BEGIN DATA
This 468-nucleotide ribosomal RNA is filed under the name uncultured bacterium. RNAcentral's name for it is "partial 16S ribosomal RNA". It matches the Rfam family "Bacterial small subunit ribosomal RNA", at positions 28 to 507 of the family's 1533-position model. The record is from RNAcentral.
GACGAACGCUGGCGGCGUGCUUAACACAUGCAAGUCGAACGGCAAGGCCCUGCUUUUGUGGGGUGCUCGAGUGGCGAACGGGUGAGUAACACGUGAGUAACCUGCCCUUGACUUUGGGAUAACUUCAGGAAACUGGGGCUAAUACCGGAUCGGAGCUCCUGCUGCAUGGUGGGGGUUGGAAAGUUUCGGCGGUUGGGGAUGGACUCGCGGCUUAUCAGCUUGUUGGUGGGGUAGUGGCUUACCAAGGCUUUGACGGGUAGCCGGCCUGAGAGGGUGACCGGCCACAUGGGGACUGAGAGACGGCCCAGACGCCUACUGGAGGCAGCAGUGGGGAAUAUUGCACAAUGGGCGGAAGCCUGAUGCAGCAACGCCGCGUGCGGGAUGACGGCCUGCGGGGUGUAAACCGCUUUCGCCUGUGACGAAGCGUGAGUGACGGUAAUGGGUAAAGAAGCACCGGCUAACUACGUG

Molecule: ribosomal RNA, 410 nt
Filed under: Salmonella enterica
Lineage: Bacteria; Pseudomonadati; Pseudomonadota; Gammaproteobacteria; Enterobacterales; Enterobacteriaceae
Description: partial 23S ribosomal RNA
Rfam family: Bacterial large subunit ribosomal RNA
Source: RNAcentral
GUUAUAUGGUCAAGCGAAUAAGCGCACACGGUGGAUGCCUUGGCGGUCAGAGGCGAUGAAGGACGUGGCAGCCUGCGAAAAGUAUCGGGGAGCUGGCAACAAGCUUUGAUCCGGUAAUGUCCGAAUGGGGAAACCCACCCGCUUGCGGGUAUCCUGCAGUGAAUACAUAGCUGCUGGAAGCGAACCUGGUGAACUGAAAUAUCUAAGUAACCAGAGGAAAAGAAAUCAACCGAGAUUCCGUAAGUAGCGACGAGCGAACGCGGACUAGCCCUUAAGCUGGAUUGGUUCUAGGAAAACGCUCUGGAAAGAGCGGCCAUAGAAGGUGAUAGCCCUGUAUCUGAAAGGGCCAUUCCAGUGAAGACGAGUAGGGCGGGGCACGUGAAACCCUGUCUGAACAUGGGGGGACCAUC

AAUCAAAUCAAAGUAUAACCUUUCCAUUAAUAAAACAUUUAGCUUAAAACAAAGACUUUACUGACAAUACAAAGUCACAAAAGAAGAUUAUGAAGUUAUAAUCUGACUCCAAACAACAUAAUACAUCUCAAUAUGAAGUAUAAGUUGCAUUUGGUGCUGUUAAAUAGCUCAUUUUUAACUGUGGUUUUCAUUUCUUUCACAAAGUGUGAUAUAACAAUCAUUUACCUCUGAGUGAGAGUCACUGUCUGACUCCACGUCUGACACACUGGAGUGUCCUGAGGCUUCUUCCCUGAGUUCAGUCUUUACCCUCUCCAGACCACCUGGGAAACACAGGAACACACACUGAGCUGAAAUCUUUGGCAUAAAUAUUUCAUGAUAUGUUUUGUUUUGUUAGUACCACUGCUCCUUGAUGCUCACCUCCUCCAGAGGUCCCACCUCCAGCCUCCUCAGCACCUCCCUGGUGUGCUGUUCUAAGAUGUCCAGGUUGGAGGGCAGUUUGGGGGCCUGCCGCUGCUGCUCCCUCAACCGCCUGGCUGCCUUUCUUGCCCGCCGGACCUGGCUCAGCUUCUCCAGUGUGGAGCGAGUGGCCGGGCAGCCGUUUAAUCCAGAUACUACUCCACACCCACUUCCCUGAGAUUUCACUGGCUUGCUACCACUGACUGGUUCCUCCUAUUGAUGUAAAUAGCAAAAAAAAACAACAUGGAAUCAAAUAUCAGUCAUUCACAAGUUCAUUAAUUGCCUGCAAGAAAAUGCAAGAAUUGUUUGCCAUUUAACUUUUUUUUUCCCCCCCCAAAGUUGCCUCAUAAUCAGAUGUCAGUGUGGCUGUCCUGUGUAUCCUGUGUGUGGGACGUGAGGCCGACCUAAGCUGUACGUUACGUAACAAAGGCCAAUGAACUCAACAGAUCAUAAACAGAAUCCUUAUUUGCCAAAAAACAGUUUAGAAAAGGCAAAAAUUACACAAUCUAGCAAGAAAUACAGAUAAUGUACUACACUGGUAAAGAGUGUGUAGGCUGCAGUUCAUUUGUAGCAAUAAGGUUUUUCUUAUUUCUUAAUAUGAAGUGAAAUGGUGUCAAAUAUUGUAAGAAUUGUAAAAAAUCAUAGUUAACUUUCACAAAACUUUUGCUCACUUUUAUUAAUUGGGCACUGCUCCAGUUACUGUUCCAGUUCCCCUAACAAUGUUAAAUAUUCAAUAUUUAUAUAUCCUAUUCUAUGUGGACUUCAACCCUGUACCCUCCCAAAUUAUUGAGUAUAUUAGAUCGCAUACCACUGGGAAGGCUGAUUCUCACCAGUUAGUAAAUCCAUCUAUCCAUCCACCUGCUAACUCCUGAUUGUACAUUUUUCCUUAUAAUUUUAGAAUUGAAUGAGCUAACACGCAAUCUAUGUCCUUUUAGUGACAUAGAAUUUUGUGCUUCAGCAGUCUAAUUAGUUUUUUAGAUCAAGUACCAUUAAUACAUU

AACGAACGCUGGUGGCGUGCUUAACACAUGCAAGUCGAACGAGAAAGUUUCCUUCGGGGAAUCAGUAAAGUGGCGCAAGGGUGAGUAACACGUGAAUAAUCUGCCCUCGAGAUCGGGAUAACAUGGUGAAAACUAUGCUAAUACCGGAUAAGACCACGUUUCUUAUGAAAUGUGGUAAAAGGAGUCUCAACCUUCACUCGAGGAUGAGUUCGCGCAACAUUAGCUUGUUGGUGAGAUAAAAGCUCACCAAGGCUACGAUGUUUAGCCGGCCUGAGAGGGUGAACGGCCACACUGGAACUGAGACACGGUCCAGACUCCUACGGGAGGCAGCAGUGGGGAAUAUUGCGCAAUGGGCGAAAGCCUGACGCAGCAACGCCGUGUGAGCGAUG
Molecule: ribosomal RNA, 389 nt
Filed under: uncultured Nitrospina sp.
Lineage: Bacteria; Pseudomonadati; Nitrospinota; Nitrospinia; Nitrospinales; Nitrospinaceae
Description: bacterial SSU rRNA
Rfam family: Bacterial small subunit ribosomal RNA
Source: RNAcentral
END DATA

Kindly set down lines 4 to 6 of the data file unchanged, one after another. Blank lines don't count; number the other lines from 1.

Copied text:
Filed under: Salmonella enterica
Lineage: Bacteria; Pseudomonadati; Pseudomonadota; Gammaproteobacteria; Enterobacterales; Enterobacteriaceae
Description: partial 23S ribosomal RNA